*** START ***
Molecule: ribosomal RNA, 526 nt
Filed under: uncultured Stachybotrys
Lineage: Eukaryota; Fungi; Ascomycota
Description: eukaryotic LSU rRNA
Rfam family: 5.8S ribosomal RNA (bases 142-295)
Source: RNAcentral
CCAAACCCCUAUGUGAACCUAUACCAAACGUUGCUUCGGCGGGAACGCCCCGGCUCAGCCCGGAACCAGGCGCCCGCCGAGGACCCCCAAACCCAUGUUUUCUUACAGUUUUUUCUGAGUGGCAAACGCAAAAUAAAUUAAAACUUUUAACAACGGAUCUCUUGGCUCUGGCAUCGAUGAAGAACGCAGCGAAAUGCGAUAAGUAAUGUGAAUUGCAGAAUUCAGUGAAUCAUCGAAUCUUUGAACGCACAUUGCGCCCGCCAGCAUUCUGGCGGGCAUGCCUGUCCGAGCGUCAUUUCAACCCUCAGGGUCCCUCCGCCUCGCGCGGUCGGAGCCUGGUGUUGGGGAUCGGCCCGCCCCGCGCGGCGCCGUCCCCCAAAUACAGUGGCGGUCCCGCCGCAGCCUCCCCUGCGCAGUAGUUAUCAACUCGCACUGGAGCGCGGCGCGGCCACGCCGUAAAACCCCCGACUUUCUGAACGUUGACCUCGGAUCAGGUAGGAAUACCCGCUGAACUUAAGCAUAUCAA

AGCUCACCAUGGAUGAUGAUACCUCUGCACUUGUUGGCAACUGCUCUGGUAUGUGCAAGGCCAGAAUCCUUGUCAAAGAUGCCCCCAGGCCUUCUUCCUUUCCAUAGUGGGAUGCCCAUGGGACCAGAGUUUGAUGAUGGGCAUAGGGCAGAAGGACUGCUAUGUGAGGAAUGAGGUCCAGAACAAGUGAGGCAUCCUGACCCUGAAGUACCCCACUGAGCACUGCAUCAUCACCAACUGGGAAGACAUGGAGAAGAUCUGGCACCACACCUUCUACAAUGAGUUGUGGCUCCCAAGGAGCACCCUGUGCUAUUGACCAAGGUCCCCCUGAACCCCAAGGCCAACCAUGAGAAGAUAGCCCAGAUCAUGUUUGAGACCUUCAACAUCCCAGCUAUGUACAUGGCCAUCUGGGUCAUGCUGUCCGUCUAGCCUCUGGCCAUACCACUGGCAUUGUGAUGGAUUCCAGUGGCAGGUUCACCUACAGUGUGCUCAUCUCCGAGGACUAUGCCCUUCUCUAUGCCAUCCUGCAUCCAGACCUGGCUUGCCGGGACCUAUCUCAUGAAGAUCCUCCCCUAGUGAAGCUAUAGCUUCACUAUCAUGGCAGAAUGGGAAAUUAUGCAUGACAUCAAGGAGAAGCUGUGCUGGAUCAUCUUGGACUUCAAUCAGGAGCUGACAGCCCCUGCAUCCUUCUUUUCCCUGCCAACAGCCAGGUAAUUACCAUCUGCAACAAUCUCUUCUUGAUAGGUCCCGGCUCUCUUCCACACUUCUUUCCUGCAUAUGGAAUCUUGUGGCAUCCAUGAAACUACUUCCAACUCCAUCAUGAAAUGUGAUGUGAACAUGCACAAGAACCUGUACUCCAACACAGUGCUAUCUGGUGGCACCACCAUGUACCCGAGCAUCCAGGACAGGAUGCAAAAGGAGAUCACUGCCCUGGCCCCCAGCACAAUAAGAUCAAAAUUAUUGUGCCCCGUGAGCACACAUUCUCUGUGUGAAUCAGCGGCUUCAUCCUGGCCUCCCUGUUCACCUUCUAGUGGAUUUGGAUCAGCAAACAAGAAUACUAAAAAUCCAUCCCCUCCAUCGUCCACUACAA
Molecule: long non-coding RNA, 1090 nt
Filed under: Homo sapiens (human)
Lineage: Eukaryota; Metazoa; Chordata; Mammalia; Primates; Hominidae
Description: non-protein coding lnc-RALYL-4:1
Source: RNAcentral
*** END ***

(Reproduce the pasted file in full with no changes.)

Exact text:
Molecule: ribosomal RNA, 526 nt
Filed under: uncultured Stachybotrys
Lineage: Eukaryota; Fungi; Ascomycota
Description: eukaryotic LSU rRNA
Rfam family: 5.8S ribosomal RNA (bases 142-295)
Source: RNAcentral
CCAAACCCCUAUGUGAACCUAUACCAAACGUUGCUUCGGCGGGAACGCCCCGGCUCAGCCCGGAACCAGGCGCCCGCCGAGGACCCCCAAACCCAUGUUUUCUUACAGUUUUUUCUGAGUGGCAAACGCAAAAUAAAUUAAAACUUUUAACAACGGAUCUCUUGGCUCUGGCAUCGAUGAAGAACGCAGCGAAAUGCGAUAAGUAAUGUGAAUUGCAGAAUUCAGUGAAUCAUCGAAUCUUUGAACGCACAUUGCGCCCGCCAGCAUUCUGGCGGGCAUGCCUGUCCGAGCGUCAUUUCAACCCUCAGGGUCCCUCCGCCUCGCGCGGUCGGAGCCUGGUGUUGGGGAUCGGCCCGCCCCGCGCGGCGCCGUCCCCCAAAUACAGUGGCGGUCCCGCCGCAGCCUCCCCUGCGCAGUAGUUAUCAACUCGCACUGGAGCGCGGCGCGGCCACGCCGUAAAACCCCCGACUUUCUGAACGUUGACCUCGGAUCAGGUAGGAAUACCCGCUGAACUUAAGCAUAUCAA

AGCUCACCAUGGAUGAUGAUACCUCUGCACUUGUUGGCAACUGCUCUGGUAUGUGCAAGGCCAGAAUCCUUGUCAAAGAUGCCCCCAGGCCUUCUUCCUUUCCAUAGUGGGAUGCCCAUGGGACCAGAGUUUGAUGAUGGGCAUAGGGCAGAAGGACUGCUAUGUGAGGAAUGAGGUCCAGAACAAGUGAGGCAUCCUGACCCUGAAGUACCCCACUGAGCACUGCAUCAUCACCAACUGGGAAGACAUGGAGAAGAUCUGGCACCACACCUUCUACAAUGAGUUGUGGCUCCCAAGGAGCACCCUGUGCUAUUGACCAAGGUCCCCCUGAACCCCAAGGCCAACCAUGAGAAGAUAGCCCAGAUCAUGUUUGAGACCUUCAACAUCCCAGCUAUGUACAUGGCCAUCUGGGUCAUGCUGUCCGUCUAGCCUCUGGCCAUACCACUGGCAUUGUGAUGGAUUCCAGUGGCAGGUUCACCUACAGUGUGCUCAUCUCCGAGGACUAUGCCCUUCUCUAUGCCAUCCUGCAUCCAGACCUGGCUUGCCGGGACCUAUCUCAUGAAGAUCCUCCCCUAGUGAAGCUAUAGCUUCACUAUCAUGGCAGAAUGGGAAAUUAUGCAUGACAUCAAGGAGAAGCUGUGCUGGAUCAUCUUGGACUUCAAUCAGGAGCUGACAGCCCCUGCAUCCUUCUUUUCCCUGCCAACAGCCAGGUAAUUACCAUCUGCAACAAUCUCUUCUUGAUAGGUCCCGGCUCUCUUCCACACUUCUUUCCUGCAUAUGGAAUCUUGUGGCAUCCAUGAAACUACUUCCAACUCCAUCAUGAAAUGUGAUGUGAACAUGCACAAGAACCUGUACUCCAACACAGUGCUAUCUGGUGGCACCACCAUGUACCCGAGCAUCCAGGACAGGAUGCAAAAGGAGAUCACUGCCCUGGCCCCCAGCACAAUAAGAUCAAAAUUAUUGUGCCCCGUGAGCACACAUUCUCUGUGUGAAUCAGCGGCUUCAUCCUGGCCUCCCUGUUCACCUUCUAGUGGAUUUGGAUCAGCAAACAAGAAUACUAAAAAUCCAUCCCCUCCAUCGUCCACUACAA
Molecule: long non-coding RNA, 1090 nt
Filed under: Homo sapiens (human)
Lineage: Eukaryota; Metazoa; Chordata; Mammalia; Primates; Hominidae
Description: non-protein coding lnc-RALYL-4:1
Source: RNAcentral